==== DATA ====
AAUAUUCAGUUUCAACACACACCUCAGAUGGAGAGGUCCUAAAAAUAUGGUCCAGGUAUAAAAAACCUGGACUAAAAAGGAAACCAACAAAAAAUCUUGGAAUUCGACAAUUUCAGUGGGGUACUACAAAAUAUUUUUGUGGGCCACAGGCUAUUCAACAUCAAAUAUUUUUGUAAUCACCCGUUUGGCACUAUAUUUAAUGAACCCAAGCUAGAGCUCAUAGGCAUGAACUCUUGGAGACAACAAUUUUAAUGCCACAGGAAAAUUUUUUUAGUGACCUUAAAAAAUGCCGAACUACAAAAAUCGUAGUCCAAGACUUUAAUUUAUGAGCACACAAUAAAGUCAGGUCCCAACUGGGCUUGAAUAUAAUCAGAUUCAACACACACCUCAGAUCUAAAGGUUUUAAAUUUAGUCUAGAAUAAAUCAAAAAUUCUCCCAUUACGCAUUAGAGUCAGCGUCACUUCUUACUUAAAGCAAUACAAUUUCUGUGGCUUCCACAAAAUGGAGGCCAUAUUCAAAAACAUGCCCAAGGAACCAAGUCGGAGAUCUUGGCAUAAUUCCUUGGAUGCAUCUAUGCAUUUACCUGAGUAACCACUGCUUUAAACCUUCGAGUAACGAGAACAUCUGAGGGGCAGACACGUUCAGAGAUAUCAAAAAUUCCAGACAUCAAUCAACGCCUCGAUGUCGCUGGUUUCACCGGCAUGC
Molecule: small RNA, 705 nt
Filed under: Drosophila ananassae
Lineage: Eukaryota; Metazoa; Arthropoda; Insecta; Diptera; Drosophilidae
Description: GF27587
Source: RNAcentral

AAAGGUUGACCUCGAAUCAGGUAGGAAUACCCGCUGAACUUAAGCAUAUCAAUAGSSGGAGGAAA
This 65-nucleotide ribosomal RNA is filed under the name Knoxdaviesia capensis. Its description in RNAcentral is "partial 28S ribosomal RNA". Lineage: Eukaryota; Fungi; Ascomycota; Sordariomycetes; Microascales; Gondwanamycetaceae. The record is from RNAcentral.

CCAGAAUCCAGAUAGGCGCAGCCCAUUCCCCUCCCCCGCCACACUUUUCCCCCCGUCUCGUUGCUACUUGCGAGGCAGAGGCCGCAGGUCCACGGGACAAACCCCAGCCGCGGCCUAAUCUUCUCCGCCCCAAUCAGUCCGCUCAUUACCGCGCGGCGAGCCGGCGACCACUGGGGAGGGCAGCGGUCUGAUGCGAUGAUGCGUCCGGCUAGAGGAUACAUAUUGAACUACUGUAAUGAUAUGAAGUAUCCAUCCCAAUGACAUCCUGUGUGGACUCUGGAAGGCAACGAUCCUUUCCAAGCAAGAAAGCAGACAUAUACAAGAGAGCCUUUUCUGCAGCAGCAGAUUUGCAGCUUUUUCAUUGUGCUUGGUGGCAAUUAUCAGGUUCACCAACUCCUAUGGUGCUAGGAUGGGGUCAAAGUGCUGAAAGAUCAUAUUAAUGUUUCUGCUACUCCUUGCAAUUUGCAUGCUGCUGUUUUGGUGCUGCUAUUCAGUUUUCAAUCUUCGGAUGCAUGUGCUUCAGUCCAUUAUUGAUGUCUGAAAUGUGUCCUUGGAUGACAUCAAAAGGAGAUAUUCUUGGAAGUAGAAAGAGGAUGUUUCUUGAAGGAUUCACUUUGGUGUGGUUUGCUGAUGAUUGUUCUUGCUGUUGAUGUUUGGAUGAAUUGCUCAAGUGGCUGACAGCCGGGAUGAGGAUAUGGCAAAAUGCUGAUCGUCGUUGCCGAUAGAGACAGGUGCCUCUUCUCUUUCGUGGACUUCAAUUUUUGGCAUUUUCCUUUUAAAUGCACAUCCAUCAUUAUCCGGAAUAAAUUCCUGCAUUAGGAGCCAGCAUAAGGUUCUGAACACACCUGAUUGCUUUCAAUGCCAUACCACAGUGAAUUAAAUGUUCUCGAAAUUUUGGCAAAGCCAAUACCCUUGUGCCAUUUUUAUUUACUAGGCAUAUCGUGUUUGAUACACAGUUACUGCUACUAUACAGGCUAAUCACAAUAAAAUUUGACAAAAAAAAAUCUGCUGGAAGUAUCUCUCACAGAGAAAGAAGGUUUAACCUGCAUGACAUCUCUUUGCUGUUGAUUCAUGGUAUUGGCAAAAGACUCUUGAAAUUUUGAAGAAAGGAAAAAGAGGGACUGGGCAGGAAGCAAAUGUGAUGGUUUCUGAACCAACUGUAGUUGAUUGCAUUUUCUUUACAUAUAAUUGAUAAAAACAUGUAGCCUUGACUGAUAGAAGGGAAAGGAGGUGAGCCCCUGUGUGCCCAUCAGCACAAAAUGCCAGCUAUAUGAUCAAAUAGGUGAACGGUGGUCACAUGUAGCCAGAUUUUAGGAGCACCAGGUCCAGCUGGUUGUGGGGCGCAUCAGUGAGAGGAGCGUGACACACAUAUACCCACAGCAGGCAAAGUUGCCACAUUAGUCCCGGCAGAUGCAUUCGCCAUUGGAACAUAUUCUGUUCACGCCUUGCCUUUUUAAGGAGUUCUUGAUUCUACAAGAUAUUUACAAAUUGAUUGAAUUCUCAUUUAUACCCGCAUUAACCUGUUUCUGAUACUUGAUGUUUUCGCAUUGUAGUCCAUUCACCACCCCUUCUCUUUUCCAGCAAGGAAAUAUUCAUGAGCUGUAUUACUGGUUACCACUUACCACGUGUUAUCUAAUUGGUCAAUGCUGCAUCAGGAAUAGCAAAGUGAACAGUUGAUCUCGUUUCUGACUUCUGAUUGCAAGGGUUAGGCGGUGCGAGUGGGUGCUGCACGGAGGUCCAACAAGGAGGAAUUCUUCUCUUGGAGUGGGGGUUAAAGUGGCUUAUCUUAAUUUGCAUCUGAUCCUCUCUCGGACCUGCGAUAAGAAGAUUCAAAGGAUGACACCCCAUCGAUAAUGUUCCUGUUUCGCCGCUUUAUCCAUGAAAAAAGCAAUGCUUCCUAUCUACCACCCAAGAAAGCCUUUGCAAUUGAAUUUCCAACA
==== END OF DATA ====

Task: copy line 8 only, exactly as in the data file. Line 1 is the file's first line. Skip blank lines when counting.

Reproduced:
This 65-nucleotide ribosomal RNA is filed under the name Knoxdaviesia capensis. Its description in RNAcentral is "partial 28S ribosomal RNA". Lineage: Eukaryota; Fungi; Ascomycota; Sordariomycetes; Microascales; Gondwanamycetaceae. The record is from RNAcentral.